The choices have never been clearer. The stakes are high. Because every time oil becomes a federal election issue, regional single-issue politics ensure the West gets clobbered when the wrong people win. Single-issue politics dominates 21st century elections. Using modern polling techniques and social media tools to identify supporters, political parties deliver highly-targeted messages, promise what people will vote for and, when elected, deliver the goods. Nowadays the economy is not always a key election issue unless voters are directly affected. Like Albertans. Today’s politics is highly polarized, pure us versus them. The technical terms are “cleavage” or “partisan sorting” by which voters deliver their support based on their peer group, region, gender or social values. They then reject or even attack those who don’t agree. For oil, the first and worst example was 1980 when Pierre Trudeau’s Liberals won a majority government then delivered the national energy program, the most economically disastrous and

divisive policy in modern history. The issue was a shortage of oil and it cost too much. This election will be about climate change and the future of fossil fuels. Today, there is too much oil that doesn’t cost enough. The Green party and NDP are in a contest to see which can sacrifice the most Canadian oil jobs. This is the first time two of the options on the ballot promise to reduce employment, not increase it. They claim Canada’s energy future is in renewables and replacement jobs will come from massive government investment in mass transit and insulating homes and buildings. This will be financed by increased taxes on high-income earners, corporations and ending investment tax deductions for oil and gas developers. This was renamed fossil fuel subsidies by the anti-carbon movement. The Conservative Party of Canada is the exact opposite. The CPC will tackle climate change through technology, not taxes, and encourage low-carbon energy advancements for worldwide markets where 98.4 per cent of emissions are created. Conservatives are concerned about the exodus of foreign investment from the oilpatch, will undo bills C-48 and C-69, and ensure the Trans Mountain pipeline is completed.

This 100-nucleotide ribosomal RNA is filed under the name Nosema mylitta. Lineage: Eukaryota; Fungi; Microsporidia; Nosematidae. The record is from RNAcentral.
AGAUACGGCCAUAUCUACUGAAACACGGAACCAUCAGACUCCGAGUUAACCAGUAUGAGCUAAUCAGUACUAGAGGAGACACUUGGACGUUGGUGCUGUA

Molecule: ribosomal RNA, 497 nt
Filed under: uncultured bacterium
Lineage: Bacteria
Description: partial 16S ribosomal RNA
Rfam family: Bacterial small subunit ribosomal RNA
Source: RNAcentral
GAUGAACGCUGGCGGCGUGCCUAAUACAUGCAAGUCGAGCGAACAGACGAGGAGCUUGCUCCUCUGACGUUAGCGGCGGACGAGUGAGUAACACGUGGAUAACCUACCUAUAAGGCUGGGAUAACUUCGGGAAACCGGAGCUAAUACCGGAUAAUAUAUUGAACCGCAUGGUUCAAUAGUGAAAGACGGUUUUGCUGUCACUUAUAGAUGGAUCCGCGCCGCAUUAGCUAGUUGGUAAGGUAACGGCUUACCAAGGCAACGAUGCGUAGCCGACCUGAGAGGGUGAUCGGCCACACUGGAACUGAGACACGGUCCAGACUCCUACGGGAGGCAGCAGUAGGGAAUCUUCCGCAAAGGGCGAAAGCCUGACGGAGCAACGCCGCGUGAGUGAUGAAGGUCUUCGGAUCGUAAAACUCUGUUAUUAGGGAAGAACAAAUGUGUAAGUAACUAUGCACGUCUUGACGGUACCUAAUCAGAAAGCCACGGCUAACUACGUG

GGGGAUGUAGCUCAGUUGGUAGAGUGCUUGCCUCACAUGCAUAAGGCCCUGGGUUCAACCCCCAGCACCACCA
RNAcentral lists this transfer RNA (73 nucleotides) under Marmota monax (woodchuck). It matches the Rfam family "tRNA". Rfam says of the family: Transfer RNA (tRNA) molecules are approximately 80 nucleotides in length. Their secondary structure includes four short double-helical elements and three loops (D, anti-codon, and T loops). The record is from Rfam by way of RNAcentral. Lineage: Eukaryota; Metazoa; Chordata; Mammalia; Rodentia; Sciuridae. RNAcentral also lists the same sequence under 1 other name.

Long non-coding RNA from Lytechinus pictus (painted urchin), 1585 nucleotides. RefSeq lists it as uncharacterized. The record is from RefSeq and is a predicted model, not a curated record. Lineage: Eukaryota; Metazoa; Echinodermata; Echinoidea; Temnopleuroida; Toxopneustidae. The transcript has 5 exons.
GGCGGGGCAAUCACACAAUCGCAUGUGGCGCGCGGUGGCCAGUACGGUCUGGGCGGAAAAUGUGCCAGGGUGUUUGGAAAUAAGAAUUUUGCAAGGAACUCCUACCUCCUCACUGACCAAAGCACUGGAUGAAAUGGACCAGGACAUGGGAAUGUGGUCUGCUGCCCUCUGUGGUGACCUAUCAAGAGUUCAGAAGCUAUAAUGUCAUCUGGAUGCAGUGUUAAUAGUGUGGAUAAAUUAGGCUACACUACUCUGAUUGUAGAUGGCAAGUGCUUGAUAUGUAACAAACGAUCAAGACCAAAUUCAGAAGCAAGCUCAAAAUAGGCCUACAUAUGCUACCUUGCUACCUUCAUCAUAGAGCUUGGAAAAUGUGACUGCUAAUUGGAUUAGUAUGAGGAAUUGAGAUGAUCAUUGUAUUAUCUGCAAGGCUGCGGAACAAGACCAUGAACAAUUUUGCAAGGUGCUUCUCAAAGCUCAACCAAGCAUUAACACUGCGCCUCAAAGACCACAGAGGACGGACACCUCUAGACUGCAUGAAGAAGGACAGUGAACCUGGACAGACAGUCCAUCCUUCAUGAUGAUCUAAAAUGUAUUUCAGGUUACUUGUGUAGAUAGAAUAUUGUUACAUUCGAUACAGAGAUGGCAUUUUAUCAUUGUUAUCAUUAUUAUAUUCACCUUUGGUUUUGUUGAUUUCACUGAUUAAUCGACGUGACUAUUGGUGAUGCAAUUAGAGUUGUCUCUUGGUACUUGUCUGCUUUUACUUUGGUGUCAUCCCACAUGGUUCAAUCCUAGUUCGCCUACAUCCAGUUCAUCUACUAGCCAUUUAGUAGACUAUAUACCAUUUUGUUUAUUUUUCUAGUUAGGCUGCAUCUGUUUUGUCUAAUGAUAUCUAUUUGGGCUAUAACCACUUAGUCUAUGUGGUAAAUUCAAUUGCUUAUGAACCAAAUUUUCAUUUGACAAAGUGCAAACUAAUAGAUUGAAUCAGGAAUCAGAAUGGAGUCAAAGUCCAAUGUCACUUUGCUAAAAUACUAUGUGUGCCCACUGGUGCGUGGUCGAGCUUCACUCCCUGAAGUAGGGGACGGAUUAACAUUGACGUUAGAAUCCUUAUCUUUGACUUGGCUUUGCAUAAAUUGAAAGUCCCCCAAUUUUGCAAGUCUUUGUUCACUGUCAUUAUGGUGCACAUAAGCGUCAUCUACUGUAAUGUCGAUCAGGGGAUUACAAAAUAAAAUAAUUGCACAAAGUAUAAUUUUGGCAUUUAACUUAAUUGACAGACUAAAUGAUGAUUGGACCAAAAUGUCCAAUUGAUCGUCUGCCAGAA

6 • Business of Energy • October 2019

Federal Elections, Climate Change and Single-Issue Politics | David Yager

Somewhere in the middle is Justin Trudeau’s Liberal Party which must run on its record. This includes pipeline cancellations, C-48 and C-69, climate change, carbon taxes, social issues, big spending, big deficits and no admission they have ever committed an egregious blunder. However awful Trudeau’s SNC-Lavalin fiasco looks to the rest of the country, the native son of Quebec has proven he will do whatever it takes to protect that province’s interests. Unless the Liberals do something really stupid, Quebec will deliver almost one-third of the seats required for another Trudeau majority. Climate change will be a major campaign platform outside of the Prairies. Neither the Green party, NDP or Liberals are likely to win a single seat in Alberta. September polls indicated all three might elect only four MPs from 62 seats in Alberta, Saskatchewan and Manitoba. This means the Liberals, Greens and NDP can campaign aggressively against the oil and gas industry without jeopardizing success. Their battlegrounds for supporters will be the Lower Mainland of B.C. and urban residents of Ontario and Quebec. These voters can support aggressive climate policies at the expense of oil without losing their own jobs or risking shortterm financial cost. The Green party platform is a collection of classic socialist doctrine including social justice, diversity and world peace, cemented together by the menace of climate change. The Greens reinforce the recent Liberal national climate emergency declaration stating, “Accept, at every level of government, that climate is not an environmental issue. It is the gravest security threat the world has ever seen.” If this makes oil workers uncomfortable, it should. The Greens admit they won’t form government, but if they hold the balance of power, they will push their anti-fossil fuel agenda. This would end unrefined oil exports (effectively shutting in 2.5 million barrels per day), ban fracking, Trans Mountain and LNG Canada, make every new car on the road electric by 2030 and prohibit internal combustion engines 10 years later. The only use for oilsands will be plastics and petrochemicals. This would eliminate over half of Canada’s oil jobs. The NDP isn’t far behind. This party pledges to exceed Canada’s 2030 Paris commitments by slashing fossil fuel emissions. Leader Jagmeet Singh puts social justice and climate change in the same sentence stating, “It becomes more clear each day that the time for talk on climate change and economic inequality is over … it’s time to act like our future depends on it, because it does.” This will be accomplished by billions in government spending on green transportation infrastructure and assistance for provinces and cities to make public transport free. There would be $5,000 subsidies for electric vehicles, free charging stations at federal buildings and $600 for households to install EV chargers. The NDP formerly supported LNG exports but backed off after losing a byelection on Vancouver Island to the Green party. Led by the relentless high profile of federal Minister of Environment and Climate Change Catherine McKenna, since 2015 the Liberals have been assuring Canadians their policies will deliver climate salvation. McKenna regularly uses every bad weather event as proof that immediate action is essential while claiming Liberal programs will solve the problem. 7 • Business of Energy • October 2019